The more people across healthcare that can embrace and role model healthy developmental conversations, the more likely we are to promote learning cultures that can adapt to our environment.

Difficult conversations not only have the potential to enhance working lives but ultimately, in the case of healthcare, save lives too.

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Dani Yeomans is a Practice Consultant at Skills for Health bringing an Occupational Psychology perspective. She has a psychology background and experience across public and third sector organisations. As a certified coach, Dani has coached over 100+ emerging and established leaders from diverse backgrounds, focusing on wellbeing, impact, and culture change  


Edmondson, A. C. (2018). The fearless organization: Creating psychological safety in the workplace for learning, innovation, and growth. John Wiley & Sons.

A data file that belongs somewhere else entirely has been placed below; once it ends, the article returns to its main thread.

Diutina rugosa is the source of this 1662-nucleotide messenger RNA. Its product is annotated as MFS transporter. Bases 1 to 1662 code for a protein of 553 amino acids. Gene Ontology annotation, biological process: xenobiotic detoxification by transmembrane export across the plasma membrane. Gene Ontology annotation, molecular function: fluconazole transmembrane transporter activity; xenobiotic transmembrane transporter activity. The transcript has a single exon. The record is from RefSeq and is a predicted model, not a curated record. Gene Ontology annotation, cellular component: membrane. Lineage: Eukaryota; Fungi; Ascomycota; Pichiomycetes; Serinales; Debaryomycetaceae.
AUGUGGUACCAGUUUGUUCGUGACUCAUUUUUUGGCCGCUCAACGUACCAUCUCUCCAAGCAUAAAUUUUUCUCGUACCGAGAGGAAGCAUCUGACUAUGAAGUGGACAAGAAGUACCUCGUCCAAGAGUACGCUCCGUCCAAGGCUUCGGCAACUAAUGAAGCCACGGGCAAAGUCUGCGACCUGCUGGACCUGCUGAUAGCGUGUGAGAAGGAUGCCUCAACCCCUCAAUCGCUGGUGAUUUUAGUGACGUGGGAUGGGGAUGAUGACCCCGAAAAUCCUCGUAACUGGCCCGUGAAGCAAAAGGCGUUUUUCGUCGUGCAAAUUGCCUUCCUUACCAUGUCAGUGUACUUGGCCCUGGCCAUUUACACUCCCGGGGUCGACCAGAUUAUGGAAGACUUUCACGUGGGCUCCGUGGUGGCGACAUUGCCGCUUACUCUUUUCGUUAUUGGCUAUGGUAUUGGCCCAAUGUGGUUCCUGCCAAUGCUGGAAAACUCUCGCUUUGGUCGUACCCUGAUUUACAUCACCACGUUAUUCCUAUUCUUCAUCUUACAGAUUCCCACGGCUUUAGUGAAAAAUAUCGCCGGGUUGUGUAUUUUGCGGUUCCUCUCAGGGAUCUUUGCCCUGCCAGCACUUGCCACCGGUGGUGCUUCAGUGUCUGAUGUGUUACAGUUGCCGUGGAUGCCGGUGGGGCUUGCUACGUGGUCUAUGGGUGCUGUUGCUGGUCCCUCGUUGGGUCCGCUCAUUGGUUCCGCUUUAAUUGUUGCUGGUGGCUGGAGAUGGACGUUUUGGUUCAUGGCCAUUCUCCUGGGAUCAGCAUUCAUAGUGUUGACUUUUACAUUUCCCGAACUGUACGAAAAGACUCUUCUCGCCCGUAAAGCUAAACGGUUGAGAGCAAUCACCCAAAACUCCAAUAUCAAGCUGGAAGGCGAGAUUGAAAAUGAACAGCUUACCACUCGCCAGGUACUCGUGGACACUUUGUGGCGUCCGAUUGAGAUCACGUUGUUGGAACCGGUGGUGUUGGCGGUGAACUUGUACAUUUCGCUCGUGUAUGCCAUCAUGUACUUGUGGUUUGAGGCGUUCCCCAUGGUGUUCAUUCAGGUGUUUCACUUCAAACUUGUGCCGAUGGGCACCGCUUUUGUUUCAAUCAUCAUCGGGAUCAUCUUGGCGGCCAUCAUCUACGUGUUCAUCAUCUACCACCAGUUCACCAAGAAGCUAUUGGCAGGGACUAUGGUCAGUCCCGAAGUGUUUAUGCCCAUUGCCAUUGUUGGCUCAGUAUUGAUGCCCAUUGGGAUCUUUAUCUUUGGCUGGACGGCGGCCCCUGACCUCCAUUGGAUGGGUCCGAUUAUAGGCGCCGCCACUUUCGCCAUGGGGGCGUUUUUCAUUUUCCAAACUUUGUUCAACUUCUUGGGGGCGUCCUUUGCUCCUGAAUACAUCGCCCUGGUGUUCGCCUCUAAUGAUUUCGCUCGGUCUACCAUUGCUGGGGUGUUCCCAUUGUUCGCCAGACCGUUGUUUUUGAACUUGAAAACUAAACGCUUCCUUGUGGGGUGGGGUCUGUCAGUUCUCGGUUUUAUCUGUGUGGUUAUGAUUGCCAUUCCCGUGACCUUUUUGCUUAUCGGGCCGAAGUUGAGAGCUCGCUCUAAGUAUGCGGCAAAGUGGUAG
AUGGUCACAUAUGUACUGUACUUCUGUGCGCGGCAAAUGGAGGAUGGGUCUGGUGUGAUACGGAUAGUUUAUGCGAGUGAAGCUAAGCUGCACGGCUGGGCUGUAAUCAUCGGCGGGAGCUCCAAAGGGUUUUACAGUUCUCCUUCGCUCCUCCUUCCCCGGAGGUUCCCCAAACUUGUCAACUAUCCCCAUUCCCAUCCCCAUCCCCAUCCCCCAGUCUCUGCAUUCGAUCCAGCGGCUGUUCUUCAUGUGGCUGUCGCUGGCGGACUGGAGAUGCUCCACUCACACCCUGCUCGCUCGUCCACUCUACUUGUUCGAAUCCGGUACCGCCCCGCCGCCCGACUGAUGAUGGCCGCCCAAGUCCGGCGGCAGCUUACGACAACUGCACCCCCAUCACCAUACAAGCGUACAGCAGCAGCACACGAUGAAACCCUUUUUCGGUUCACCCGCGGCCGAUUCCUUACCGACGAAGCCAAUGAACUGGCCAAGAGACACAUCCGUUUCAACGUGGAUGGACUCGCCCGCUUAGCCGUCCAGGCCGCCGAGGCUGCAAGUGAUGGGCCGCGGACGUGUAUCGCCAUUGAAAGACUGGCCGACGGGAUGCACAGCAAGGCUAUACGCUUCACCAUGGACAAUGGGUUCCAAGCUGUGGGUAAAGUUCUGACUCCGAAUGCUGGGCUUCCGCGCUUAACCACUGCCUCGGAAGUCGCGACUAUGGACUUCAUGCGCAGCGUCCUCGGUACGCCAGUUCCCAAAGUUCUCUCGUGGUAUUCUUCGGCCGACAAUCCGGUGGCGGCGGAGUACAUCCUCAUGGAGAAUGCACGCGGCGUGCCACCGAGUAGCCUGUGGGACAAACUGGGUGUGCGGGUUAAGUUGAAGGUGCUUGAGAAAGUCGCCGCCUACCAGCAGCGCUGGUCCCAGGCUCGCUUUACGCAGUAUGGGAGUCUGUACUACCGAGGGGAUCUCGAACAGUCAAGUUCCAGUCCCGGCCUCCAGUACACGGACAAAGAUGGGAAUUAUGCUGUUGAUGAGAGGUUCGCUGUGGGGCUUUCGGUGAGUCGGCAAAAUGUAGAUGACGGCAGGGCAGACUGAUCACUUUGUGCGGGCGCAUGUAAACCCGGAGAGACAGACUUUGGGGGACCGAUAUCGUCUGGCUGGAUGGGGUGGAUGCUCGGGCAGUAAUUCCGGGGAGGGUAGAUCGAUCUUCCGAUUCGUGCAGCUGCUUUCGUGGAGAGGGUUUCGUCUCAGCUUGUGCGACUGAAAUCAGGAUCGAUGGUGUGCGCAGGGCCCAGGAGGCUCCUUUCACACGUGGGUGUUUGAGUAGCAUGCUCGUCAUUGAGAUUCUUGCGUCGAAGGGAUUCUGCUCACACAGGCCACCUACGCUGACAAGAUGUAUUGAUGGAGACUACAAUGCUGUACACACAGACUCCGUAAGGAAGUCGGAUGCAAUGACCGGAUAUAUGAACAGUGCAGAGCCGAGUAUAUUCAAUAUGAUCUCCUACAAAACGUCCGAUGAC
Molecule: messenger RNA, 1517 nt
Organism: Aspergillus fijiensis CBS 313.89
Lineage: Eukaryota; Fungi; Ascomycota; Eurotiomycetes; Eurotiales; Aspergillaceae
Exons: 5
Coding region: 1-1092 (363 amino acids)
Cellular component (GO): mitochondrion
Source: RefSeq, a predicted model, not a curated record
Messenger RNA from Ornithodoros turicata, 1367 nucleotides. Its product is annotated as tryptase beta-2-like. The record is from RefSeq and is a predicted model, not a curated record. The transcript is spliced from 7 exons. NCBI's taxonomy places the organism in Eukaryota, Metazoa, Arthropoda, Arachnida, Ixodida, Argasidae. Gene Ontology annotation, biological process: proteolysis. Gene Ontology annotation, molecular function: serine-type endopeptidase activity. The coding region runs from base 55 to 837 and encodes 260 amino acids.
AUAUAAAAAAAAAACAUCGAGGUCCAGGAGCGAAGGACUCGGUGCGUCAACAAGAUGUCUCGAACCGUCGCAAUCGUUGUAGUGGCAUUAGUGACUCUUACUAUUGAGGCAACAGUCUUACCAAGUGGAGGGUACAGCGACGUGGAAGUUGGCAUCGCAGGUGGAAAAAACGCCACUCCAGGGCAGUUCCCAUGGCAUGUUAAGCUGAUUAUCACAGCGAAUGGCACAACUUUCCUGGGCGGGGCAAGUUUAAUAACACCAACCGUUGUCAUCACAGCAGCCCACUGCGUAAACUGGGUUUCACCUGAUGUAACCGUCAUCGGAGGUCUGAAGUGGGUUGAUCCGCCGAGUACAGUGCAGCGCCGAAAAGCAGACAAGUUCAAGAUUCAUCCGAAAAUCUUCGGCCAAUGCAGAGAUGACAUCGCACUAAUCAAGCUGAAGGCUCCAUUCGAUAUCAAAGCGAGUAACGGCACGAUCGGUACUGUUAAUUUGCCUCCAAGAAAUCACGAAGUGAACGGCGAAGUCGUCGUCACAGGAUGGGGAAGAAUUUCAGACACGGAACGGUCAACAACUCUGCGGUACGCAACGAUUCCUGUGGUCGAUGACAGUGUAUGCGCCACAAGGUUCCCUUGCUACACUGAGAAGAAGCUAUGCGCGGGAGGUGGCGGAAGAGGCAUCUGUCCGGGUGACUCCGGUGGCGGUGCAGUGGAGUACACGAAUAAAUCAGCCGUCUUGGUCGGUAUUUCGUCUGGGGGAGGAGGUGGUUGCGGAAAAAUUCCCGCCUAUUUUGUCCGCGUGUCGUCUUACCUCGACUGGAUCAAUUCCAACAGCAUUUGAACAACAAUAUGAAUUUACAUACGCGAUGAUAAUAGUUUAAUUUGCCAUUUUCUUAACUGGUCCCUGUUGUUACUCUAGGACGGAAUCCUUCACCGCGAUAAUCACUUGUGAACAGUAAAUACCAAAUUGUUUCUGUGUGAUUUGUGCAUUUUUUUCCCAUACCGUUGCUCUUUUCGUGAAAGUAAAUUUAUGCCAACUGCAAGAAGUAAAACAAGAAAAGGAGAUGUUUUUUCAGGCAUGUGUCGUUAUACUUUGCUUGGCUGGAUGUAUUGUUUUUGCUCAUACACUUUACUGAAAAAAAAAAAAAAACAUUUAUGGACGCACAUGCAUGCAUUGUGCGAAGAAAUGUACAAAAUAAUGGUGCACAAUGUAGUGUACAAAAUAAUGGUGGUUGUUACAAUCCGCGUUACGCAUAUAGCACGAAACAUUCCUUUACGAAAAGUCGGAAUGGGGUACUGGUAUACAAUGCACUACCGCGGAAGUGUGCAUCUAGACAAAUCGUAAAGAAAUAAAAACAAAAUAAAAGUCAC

Katz, I. M., Rauvola, R. S., & Rudolph, C. W. (2021). Feedback environment: A meta-analysis. International Journal of Selection and Assessment, 29, 305–325. https://doi.org/10.1111/ijsa.12350

West, M.A. (2020). Compassionate and Collective Leadership for Cultures of High-Quality Care. In: Montgomery, A., van der Doef, M., Panagopoulou, E., Leiter, M.P. (eds) Connecting Healthcare Worker Well-Being, Patient Safety and Organisational Change. Aligning Perspectives on Health, Safety and Well-Being. Springer, Cham. https://doi.org/10.1007/978-3-030-60998-6_13


Tam Whipp joins Skills for Health as a Technical Consultant 

Why the NHS Needs Workforce Planning More Than Ever 

Laura Schell appointed as Skills for Health Client Director